There’s been a renewed focus on protecting personal data, thanks to Facebook drawing all sorts of flak for how it managed people’s sensitive information.
So European Union regulators might be patting themselves on the back for their new General Data Protection Regulation, a set of data-handling rules due to take effect on May 25.
Below are five things to know about GDPR, which has been making American companies — including Facebook FB, -0.61% — change how they do business.
In January, Facebook COO Sheryl Sandberg said the company was trying to make it easier for the social network’s users worldwide to manage their privacy before the wide-ranging EU law kicks in.
Then in the spring, the social-media giant endured a firestorm and stock selloff after data-mining company Cambridge Analytica reportedly used the personal details of up to 87 million Facebook users without authorization.
1. No EU operations? GDPR still may apply to you
U.S. enterprises may be making a big mistake if they react to GDPR with a Gallic shrug.
All companies, government agencies and nonprofits that interact with EU residents are subject to the new law, according to security experts from consulting firm RSM.
“Many organizations underestimate the amount of EU data they hold and, therefore, may not understand the legislation’s potential effect,” wrote RSM’s Daimon Geopfert and Alain Marcuse in a column published by the Boston Business Journal.
“For example, banks, hospitals, hotels and other organizations that hold data from EU residents are subject to the GDPR.”
2. Failure could mean sizable fines
The law promises hefty fines for companies that fail to notify authorities of breaches within 72 hours.
The maximum fine would be up to 4% of annual sales or 20 million euros ($25 million), whichever is higher, noted Jefferies analysts in a recent report. Companies also would have to alert affected individuals within 72 hours, in certain cases.
That means, for example, that Google parent Alphabet GOOG, +0.24% GOOGL, -0.07% — with its $111 billion in annual revenue — potentially would face a fine of $4.4 billion if it were ever found to have run afoul of that rule.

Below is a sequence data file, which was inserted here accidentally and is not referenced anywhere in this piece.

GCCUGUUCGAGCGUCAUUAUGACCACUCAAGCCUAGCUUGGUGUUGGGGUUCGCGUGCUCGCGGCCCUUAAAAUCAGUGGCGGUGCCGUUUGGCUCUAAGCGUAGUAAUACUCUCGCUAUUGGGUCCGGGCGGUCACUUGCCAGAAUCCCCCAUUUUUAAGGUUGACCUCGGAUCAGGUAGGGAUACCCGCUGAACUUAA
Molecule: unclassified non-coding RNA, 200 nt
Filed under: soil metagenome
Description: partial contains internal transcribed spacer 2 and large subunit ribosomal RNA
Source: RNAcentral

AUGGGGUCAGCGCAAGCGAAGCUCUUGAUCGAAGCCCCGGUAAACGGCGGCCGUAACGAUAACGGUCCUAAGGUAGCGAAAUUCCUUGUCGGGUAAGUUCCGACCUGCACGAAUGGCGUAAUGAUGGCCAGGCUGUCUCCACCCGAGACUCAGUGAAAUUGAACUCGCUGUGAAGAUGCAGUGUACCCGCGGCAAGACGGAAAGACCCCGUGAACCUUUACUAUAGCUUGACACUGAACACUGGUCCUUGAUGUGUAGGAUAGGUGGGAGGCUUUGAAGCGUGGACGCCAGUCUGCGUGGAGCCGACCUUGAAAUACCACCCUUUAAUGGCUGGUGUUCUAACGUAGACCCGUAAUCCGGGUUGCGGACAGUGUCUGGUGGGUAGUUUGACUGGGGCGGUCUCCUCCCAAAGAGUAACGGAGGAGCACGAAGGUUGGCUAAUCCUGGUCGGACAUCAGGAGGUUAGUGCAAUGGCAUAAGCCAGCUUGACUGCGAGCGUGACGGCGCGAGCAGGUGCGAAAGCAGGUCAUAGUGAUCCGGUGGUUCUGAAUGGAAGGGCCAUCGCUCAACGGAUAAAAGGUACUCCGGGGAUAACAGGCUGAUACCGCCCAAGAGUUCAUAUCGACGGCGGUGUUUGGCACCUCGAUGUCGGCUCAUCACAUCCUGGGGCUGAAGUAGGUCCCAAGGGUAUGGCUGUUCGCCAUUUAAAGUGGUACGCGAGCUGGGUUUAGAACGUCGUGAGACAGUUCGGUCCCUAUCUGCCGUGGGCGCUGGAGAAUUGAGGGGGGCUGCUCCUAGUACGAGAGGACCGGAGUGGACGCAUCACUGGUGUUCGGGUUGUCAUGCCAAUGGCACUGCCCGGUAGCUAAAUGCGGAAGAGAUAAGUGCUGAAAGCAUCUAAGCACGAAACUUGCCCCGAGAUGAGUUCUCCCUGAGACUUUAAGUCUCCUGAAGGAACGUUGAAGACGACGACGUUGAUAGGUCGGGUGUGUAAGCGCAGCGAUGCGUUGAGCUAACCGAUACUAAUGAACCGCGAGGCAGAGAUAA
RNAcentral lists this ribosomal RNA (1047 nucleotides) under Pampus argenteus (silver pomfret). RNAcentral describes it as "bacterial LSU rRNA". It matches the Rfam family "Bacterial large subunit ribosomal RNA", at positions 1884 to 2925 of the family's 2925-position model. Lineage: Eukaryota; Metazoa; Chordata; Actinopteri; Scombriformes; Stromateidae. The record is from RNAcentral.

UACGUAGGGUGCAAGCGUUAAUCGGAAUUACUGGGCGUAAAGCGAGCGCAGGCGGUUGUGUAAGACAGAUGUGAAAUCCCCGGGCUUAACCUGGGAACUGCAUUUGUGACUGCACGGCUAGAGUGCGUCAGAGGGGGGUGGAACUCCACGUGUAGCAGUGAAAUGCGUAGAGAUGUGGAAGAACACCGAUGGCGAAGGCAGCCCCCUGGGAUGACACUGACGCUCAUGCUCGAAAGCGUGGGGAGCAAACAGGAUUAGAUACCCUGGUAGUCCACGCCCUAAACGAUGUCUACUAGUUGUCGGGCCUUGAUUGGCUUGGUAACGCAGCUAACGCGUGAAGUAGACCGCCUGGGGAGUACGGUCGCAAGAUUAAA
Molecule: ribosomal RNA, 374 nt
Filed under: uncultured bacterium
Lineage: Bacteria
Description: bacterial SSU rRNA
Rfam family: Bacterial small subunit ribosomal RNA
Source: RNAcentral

3. Three overall goals
GDPR has three goals, according to Qualsys, a U.K. provider of software products that tackle governance, risk and compliance issues.
Alex Pavlovic, a Qualsys exec, laid out those aims as follows in a recent blog post for his company:
• To unify and strengthen the protection of personal data for EU citizens
• To give EU residents greater control of how their data is stored and used
• To control how personal data is exported outside the EU
4. There’s a lack of readiness
Companies aren’t that prepared for the new rules, even though they’ve had many months to get ready, if British businesses are any guide.
GDRP was approved by EU lawmakers in April 2016.
Every company trying to get ready for GDPR right now: pic.twitter.com/fYpTIBhTIv
— Rian van der Merwe (@RianVDM) January 31, 2018
“Despite being aware of GDPR, only 37% of boards reported being aware of the GDPR requirements for their business,” said Jefferies analysts.
They were referring to results from the U.K. government’s 2017 Cyber Health Check survey, which was published in August . It targeted the FTSE 350 NMX, +0.14% , an equity index made up of the 350 London-listed companies with the largest market values.
“Only 6% of boards describe their businesses as completely prepared to meet the requirements,” the analysts added.
While the U.K. plans to exit the European Union eventually , due to the country’s June 2016 vote in favor of “Brexit,” analysts have said British companies shouldn’t think that they’re saved from the new EU rules.
5. GDPR could mean a boost for one insurer’s stock
The insurance industry could experience a material increase in demand when companies begin to assess their GDPR requirements,” the analysts wrote.
The British company is known for its Beazley Breach Response product, which is largely pitched to small- and medium-sized U.S. businesses and helps with conducting an initial probe, sending notifications to affected individuals and more.
This is an updated version of a story that was first published on March 21, 2018.